Before making the first incision, confirm the patient’s identity. Mark the surgical site. Ask about allergies. Discuss any anticipated blood loss. Introduce yourself by name.
These are some of the 19 tasks on the World Health Organization (WHO) Surgical Safety Checklist, a simple list of actions to be completed before an operation in order to cut errors and save lives.
In 2007 and 2008, surgical staff at eight hospitals around the world tested the checklist in a pilot study1. The results were remarkable. Complications such as infections after surgery fell by more than one-third, and death rates dropped by almost half. The WHO recommended that all hospitals adopt its checklist or something similar, and many did. The UK National Health Service (NHS) immediately required all of its treatment centres to put the checklist into daily practice; by 2012, nearly 2,000 institutions worldwide had tried it.
The idea of checklists as a simple and cheap way to save lives has taken hold throughout the clinical community. It has some dynamic champions, including Atul Gawande, a surgeon at Brigham and Women’s Hospital in Boston, Massachusetts, who led the pilot study and has spread the word through talks, magazine articles and a best-selling book, The Checklist Manifesto (Metropolitan, 2009).
But this success story is beginning to look more complicated: some hospitals have been unable to replicate the impressive results of initial trials. An analysis of more than 200,000 procedures at 101 hospitals in Ontario, Canada, for example, found no significant reductions in complications or deaths after surgical-safety checklists were introduced2. “We see this all the time,” says David Urbach, a surgeon at the University of Toronto who led the Ontario analysis. “A lot of studies that should be a slam dunk don’t seem to work in practice.” The stakes are high, because poor use of checklists means that people may be dying unnecessarily.
A cadre of researchers is working to make sense of the discrepancies. They are finding a variety of factors that can influence a checklist’s success or failure, ranging from the attitudes of staff to the ways that administrators introduce the tool. The research is part of the growing field of implementation science, which examines why some innovations that work wonderfully in experimental trials tend to fall flat in the real world. The results could help to improve the introduction of other evidence-based programmes, in medicine and beyond.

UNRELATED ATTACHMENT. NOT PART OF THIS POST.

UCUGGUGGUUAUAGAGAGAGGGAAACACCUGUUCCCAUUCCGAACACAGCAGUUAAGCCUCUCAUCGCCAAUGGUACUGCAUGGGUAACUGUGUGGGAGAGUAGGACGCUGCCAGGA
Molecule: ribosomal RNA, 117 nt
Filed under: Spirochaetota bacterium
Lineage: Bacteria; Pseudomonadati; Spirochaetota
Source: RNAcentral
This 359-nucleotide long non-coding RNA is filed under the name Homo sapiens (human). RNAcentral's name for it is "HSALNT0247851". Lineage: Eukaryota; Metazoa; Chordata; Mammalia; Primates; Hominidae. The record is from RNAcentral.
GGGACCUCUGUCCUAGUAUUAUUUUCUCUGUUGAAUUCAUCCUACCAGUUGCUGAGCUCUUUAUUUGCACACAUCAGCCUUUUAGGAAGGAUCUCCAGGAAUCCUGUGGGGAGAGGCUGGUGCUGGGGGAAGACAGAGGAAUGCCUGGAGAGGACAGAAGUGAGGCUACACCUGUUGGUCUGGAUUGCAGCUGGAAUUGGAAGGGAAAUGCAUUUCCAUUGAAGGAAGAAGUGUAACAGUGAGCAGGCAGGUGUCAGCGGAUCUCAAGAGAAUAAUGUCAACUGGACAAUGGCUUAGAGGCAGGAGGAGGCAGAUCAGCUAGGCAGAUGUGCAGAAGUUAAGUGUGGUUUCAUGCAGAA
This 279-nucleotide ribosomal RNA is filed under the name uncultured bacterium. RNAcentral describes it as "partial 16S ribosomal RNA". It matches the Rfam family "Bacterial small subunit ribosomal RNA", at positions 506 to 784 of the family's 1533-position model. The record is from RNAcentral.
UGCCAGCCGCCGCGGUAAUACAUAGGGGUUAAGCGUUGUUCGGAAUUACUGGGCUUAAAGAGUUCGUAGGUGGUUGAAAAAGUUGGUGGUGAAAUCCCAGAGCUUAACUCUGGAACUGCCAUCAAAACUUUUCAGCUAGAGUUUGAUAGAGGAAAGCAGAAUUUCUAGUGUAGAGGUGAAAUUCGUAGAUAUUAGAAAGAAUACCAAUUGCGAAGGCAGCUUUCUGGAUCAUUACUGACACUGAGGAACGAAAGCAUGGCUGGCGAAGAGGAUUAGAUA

“We need to learn the lessons from programmes and interventions like the checklist so we don’t make the same mistakes again,” says Nick Sevdalis, an implementation scientist at King’s College London.
One of the first to demonstrate the potential of checklists in health care was Peter Pronovost, an anaesthesiologist and critical-care physician at Johns Hopkins University School of Medicine in Baltimore, Maryland. In 2001, Pronovost introduced a short checklist for health-care workers who insert central venous catheters, or central lines, which are often used in an intensive care unit (ICU) to test blood or administer drugs. The trial showed that asking practitioners to confirm that they had performed certain simple actions, such as washing their hands and sterilizing the insertion site, contributed to a dramatic reduction in the risk of life-threatening infections3. The list got a larger test in a now-famous trial4 known as the Keystone ICU project, launched in Michigan in October 2003. Within 18 months, the rate of catheter-related bloodstream infections fell by 66%.
Checklists were not completely new to medicine, but Pronovost’s work attracted attention because it suggested that they could save lives. Gawande penned an inspiring feature in The New Yorker5, asking: “If something so simple can transform intensive care, what else can it do?” Checklists began to proliferate. Now there are checklists for procedures involving anaesthesia, mechanical ventilation, childbirth and swine flu. Many studies have generated promising results, showing that the lists improve patient outcomes in hospitals from Norway to Iran.
But there have also been some failures. This January, less than a year after the report from Ontario, a different team of scientists reported6 that a surgical checklist modelled on Pronovost’s list did not improve outcomes at Michigan hospitals. And although the central-line checklist for ICUs has provided lasting benefits in Michigan, a British initiative called Matching Michigan, which aimed to replicate the Keystone programme, seemed to make no difference to infection rates7.
Some experts suspect that the failure to replicate could be a matter of how the initial trials or the follow-up studies were designed. Gawande’s pilot study of the WHO surgical checklist, for example, was not randomized and had no control group. Instead, it compared complication and death rates before and after the checklist was introduced. Critics say that this makes it difficult to determine what other factors might have influenced outcomes.
Gawande acknowledges the limitation, which was due to cost restrictions, but he points out that many subsequent trials, including ones that were randomized, have also demonstrated large reductions in complications and mortality following the introduction of the checklist. The list works, he says — as long as it is implemented well. “It turns out to be much more complex that just having the checklist in hand.”